COLUMN: Literary conspiracy celebrates reading

The librarians are all reading. One looks up, smiles, and tells you that she can help you at 11:21. She suggests you pick up a magazine.

It’s Monday morning, you’re at the Library and you’ve picked out what you’d like to check out — you’ve got a couple of new novels, that hot new biography, some DVDs and CDs — and you’d like to reserve a book, so you come to the circulation desk. Or maybe you have a couple of questions about databases. Perhaps you’d like to sign your three-year-old up for Wednesday storytime, or your seven-year-old for the Halloween Howls program on the 29th.

But what’s this? The librarians are all reading. One looks up, smiles, and tells you that she can help you at 11:21. She suggests you pick up a magazine, or crack one of those books you’ve got under your arm, and then she goes back to her book. You look around, bewildered, ready to say to the closest person: Did you see that? This is outrageous! Is this how our tax dollars are spent?

And that’s when you see it: Everyone is reading. The library is full of people. Just, reading. Your mind whirls: is this some kind of strike? A practical joke? A literary conspiracy?

It’s D.E.A.R., the acronym for Drop Everything and Read (www.dropeverythingandread.com), a literacy initiative that invites everyone to do exactly that on Monday, October 28 from 11 to 11:20 a.m. It’s a way to celebrate reading during Canadian Library Month (and all the time), encouraging reading as a lifelong habit that everyone should enjoy every day.

Schools and libraries do it everywhere, with last year 65,000 students, teachers, and parents participating in the schools alone. This year, BC Minister of Education Peter Fassbender will be joining in at a Langley elementary school. More than a photo-op, though, it’s an acknowledgement that reading is important for everybody, from the baby with the board book to the grandparent with the eBook.

In the past, we’ve promoted D.E.A.R. but stopped short of joining in. This year, we’ve decided that the value of the message trumps our innate Librarian desire to be of service, and so we’ll join individuals everywhere in schools and libraries, workplaces and park benches to Drop Everything and Read.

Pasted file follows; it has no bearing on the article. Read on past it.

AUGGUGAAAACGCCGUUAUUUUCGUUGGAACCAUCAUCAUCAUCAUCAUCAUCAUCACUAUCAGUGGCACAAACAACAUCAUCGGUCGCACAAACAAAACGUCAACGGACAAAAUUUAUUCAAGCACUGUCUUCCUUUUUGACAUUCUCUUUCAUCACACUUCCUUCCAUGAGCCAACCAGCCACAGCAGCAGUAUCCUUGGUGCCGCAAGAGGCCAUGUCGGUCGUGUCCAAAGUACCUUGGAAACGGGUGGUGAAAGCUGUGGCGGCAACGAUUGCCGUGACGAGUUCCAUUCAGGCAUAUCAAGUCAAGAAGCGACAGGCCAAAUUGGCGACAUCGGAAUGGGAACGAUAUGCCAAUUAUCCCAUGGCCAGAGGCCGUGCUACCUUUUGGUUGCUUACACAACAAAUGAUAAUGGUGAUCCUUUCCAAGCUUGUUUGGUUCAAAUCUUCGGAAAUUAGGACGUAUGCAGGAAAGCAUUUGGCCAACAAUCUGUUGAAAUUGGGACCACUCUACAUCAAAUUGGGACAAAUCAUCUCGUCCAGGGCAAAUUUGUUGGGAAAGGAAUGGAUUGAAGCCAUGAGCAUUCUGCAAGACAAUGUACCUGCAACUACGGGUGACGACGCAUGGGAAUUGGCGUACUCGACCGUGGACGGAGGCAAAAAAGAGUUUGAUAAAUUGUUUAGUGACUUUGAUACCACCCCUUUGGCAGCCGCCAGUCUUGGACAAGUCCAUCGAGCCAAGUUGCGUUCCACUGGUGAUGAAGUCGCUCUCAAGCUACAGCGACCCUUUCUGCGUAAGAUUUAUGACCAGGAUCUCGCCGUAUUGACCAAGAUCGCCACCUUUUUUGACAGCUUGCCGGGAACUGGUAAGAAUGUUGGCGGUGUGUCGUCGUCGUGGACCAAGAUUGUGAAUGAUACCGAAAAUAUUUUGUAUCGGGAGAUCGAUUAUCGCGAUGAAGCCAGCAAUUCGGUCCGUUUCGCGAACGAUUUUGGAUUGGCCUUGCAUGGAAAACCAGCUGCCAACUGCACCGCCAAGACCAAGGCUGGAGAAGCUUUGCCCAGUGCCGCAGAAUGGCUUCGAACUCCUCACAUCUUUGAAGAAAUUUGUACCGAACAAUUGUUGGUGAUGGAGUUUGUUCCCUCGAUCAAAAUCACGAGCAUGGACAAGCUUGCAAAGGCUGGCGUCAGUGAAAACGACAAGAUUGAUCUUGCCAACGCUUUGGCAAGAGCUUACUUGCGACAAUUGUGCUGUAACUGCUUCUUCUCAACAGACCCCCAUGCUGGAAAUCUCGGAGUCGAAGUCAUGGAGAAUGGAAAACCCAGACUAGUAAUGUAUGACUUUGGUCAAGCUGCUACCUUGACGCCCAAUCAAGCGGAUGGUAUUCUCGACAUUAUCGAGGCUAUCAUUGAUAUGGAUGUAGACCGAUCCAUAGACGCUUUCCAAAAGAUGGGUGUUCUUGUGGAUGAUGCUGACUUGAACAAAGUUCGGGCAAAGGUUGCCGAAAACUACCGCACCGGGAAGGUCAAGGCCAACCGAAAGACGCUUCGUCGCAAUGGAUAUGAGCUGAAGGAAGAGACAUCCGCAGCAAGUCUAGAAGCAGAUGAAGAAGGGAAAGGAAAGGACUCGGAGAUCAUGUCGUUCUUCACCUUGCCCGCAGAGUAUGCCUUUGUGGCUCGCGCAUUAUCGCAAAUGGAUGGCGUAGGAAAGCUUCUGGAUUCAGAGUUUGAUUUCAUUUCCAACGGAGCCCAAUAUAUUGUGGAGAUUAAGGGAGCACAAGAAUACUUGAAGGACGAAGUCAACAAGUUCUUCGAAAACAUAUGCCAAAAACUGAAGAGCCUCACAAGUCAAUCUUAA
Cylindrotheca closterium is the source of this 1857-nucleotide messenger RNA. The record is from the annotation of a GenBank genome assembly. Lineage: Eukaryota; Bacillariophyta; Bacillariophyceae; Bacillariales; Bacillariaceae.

There’s a nice irony in this for me. For all the times someone has said to me: “It must be great working at the library; you get to read all day!” and I’ve rolled my eyes (we are way too busy for that), at last I can read at work. It’ll serve as a nice reminder that I want to pick up a book or magazine or newspaper sometime during my day just for the pleasure of reading, 365 days a year.

If absolutely everyone dropped everything and read for a designated 20-minutes one day each year, we could have anarchy, it’s true. Zombies, of course (‘tis the season) could Drop Dead and Read and nobody would notice. But should the policeman stop chasing the bad guy to find out whodunit, the cook let the soup burn while he reads the latest culinary blog post, or the bus driver pull over to read On the Road making her passengers — all of them reading, of course — late for work, things could get dicey. But with a little creative common sense, we’ll start a movement.

A movement that celebrates knowledge, laughter, imagination, inspiration, and empowerment through the written word. We think that’s something worth dropping everything for.

Anne DeGrace is the Adult Services Coordinator at the Nelson Public Library. Check This Out runs every other week. For more visit www.nelsonlibrary.ca.

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